What to know about electrical safety when buying a home

When you start viewing homes as a potential buyer, the electrics are unlikely to be the first thing on your mind. You might be more focused on the flow between social spaces, the size of a garden, or perhaps the main bathroom. But while the electrics are effectively invisible, taking an active interest could save you lots of money and hassle in the future.

One way to do this is to request an electrical safety check. This involves a trained electrician or engineer thoroughly inspecting your chosen property’s electrical system to make sure it’s in working order. A typical inspection will cover the fuse box, wiring, plugs, sockets, light fittings, installed electrical devices, and more.

Below, research the key benefits and things to know about electrical safety as a home buyer.

Why an electrical safety check is a must

Electrical safety checks aren’t mandatory or included in a standard home buyers survey, the collection of general checks most buyers invest in before proceeding with a purchase. But there are several reasons why you might consider one essential:

  • They can reduce the risk of nasty accidents when using faulty electrics, giving you peace of mind at a stressful time.
  • You could save money on electrical problems after you move in, either by stopping them from deteriorating or renegotiating the sale price. Rewiring a two-bed terraced house can cost upwards of £2,400, for example.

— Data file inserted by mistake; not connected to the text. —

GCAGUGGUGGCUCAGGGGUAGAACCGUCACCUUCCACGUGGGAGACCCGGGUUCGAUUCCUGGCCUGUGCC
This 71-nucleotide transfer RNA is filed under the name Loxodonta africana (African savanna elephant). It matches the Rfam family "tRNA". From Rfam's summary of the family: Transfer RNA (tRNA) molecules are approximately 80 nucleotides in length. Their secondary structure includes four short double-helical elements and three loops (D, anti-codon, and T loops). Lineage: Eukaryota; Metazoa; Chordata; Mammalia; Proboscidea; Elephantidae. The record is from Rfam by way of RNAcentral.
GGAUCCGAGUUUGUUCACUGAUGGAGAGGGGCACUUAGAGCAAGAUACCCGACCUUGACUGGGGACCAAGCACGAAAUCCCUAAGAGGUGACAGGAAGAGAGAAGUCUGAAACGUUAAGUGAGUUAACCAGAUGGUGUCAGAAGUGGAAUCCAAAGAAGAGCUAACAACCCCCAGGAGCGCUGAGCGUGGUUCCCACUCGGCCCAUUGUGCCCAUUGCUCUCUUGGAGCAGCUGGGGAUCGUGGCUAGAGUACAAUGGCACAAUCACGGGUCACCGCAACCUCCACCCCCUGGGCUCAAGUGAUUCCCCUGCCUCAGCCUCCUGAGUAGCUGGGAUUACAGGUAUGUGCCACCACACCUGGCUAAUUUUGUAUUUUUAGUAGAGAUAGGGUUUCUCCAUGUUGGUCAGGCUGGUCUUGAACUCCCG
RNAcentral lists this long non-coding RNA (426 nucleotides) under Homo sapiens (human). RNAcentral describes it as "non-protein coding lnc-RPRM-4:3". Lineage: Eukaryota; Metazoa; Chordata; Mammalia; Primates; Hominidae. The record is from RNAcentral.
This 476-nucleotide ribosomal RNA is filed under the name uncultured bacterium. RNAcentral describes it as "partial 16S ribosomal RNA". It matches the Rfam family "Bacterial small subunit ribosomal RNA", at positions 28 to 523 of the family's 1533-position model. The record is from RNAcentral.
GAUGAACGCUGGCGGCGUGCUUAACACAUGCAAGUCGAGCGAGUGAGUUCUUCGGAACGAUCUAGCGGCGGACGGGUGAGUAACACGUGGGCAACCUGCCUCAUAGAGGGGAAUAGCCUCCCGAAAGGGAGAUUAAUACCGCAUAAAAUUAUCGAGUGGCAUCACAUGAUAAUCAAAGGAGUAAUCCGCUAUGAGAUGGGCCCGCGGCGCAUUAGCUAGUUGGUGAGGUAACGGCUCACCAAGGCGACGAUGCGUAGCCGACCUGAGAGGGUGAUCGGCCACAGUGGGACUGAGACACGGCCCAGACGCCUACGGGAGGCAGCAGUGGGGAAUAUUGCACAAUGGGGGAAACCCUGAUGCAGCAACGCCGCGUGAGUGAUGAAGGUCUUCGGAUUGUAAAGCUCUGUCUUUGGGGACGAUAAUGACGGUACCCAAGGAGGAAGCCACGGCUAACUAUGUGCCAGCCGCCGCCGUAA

• It might make lenders and safety insurers feel more reassured about the property you’re investing in.
  • You’ll get a more complete picture of what you’re buying before committing, allowing you to back out if a property is in too poor condition.
  • If you’re buying a property to let it out, you’re obliged to complete an electrical safety check before accepting tenants.

Key things to know about electrical safety checks

Here are some other key things to know about electrical safety checks:

  • Some home surveyors will recommend you get an electrical safety check on top of a standard survey. Some mortgage lenders will demand them, particularly for older properties.
  • Like a standard home buyers survey, once an electrical safety check is completed, you’ll receive a formal report – known as an electrical installation condition report (EICR) – summarising everything you need to know.
  • Landlords have been legally required to complete electrical safety checks since 2020.
  • New builds come with electrical installation certificates, saving the need for a new electrical safety check.

What comes next

Your EICR will tell you if any work needs to be done, allowing you to scope out your next steps. This could range from buying parts such as RS power cables and completing jobs yourself, to renegotiating with the seller or even walking away.

Crucially, you’ll have the information you need to make a decision with confidence. Will the electrics be among your priorities on your next viewing?

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